Emily Dickinson’s words do not disappoint


THERE is a flower that bees prefer,	
And butterflies desire;	
To gain the purple democrat	
The humming-birds aspire.	
And whatsoever insect pass,	        
A honey bears away	
Proportioned to his several dearth	
And her capacity.	
Her face is rounder than the moon,	
And ruddier than the gown	        
Of orchis in the pasture,	
Or rhododendron worn.	
She doth not wait for June;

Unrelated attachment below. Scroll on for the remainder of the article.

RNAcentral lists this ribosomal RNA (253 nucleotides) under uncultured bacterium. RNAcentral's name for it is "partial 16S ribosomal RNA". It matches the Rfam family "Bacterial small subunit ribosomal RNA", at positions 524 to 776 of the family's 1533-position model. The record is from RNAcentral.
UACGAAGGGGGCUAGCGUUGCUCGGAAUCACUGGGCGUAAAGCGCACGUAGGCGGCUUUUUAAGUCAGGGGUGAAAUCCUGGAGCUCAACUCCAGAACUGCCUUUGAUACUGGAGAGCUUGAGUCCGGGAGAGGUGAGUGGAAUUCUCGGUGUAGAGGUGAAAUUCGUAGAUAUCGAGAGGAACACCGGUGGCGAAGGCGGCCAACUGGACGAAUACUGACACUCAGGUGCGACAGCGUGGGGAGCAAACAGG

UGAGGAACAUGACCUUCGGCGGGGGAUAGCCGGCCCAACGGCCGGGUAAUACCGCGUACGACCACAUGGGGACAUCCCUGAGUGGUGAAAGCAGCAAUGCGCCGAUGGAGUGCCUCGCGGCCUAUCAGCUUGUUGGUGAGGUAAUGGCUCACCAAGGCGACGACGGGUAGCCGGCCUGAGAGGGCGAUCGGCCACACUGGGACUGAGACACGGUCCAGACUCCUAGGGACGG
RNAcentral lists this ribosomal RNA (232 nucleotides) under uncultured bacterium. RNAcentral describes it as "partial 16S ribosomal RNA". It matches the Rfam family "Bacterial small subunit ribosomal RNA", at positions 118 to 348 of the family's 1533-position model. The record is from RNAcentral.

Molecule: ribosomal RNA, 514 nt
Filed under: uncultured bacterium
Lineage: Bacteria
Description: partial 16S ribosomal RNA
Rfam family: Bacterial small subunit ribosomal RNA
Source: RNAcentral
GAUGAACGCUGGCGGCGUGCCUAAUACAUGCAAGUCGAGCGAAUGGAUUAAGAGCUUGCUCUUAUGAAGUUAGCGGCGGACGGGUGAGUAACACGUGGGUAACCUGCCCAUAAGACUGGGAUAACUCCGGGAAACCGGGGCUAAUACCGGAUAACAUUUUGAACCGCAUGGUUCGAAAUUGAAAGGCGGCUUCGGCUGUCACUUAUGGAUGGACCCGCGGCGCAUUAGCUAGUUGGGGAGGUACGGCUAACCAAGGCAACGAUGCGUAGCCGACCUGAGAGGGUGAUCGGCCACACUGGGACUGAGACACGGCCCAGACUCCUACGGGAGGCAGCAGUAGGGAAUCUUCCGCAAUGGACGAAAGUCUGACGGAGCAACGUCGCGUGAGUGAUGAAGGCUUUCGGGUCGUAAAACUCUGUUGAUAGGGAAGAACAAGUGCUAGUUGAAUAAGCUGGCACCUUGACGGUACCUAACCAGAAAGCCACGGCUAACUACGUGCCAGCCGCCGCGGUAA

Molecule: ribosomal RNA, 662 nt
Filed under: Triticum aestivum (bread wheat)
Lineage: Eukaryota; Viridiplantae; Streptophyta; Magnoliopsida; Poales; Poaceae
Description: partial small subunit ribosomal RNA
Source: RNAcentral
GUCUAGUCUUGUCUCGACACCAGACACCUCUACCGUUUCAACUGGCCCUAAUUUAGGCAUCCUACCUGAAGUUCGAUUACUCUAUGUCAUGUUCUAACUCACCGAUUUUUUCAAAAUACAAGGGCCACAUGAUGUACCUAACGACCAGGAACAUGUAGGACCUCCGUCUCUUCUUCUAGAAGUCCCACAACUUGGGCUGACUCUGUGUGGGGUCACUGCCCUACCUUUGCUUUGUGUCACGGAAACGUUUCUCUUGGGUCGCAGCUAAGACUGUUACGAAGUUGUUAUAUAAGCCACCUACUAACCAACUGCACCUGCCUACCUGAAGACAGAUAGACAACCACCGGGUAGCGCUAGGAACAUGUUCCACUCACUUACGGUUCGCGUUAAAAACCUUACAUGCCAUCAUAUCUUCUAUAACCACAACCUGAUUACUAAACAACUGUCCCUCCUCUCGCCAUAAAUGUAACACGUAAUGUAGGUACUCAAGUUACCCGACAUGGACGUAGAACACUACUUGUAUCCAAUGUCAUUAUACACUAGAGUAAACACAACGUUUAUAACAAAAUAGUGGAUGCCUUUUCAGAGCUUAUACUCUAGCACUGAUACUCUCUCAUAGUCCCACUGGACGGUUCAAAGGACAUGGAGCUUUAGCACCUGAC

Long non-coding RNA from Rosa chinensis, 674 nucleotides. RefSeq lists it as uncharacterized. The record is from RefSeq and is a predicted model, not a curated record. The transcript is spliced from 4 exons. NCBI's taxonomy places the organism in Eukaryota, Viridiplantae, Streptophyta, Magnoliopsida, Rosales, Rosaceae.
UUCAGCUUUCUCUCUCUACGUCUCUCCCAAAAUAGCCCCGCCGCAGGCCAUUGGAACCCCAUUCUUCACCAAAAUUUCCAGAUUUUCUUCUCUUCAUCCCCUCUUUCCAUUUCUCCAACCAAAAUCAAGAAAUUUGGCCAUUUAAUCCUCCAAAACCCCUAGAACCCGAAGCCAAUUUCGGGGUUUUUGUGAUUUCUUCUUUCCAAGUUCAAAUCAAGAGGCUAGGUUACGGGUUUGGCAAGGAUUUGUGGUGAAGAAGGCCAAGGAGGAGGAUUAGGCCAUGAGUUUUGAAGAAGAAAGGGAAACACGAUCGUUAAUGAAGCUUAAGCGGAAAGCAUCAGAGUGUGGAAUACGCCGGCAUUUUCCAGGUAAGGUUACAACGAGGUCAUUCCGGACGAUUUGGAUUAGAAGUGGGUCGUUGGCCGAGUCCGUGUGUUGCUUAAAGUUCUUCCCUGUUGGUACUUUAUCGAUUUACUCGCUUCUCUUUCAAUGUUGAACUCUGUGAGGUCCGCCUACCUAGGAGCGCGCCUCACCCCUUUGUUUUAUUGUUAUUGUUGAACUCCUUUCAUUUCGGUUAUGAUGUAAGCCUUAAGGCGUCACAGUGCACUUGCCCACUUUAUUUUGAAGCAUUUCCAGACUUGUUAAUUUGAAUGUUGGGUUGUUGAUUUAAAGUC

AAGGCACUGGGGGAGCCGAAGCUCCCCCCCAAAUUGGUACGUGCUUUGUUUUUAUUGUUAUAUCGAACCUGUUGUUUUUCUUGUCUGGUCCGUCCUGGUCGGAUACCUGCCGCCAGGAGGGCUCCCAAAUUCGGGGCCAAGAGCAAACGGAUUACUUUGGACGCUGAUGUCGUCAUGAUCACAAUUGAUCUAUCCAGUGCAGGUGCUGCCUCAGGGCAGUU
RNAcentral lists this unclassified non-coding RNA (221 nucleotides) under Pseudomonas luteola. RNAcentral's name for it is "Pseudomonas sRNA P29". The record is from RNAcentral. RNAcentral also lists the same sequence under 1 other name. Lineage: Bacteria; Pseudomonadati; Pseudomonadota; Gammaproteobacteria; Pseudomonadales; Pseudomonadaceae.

Before the world is green	
Her sturdy little countenance	        
Against the wind is seen,	
Contending with the grass,	
Near kinsman to herself,	
For privilege of sod and sun,	
Sweet litigants for life.	        
And when the hills are full,	
And newer fashions blow,	
Doth not retract a single spice	
For pang of jealousy.	
Her public is the noon,	        
Her providence the sun,	
Her progress by the bee proclaimed	
In sovereign, swerveless tune.	
The bravest of the host,	
Surrendering the last,	        
Nor even of defeat aware	
When cancelled by the frost.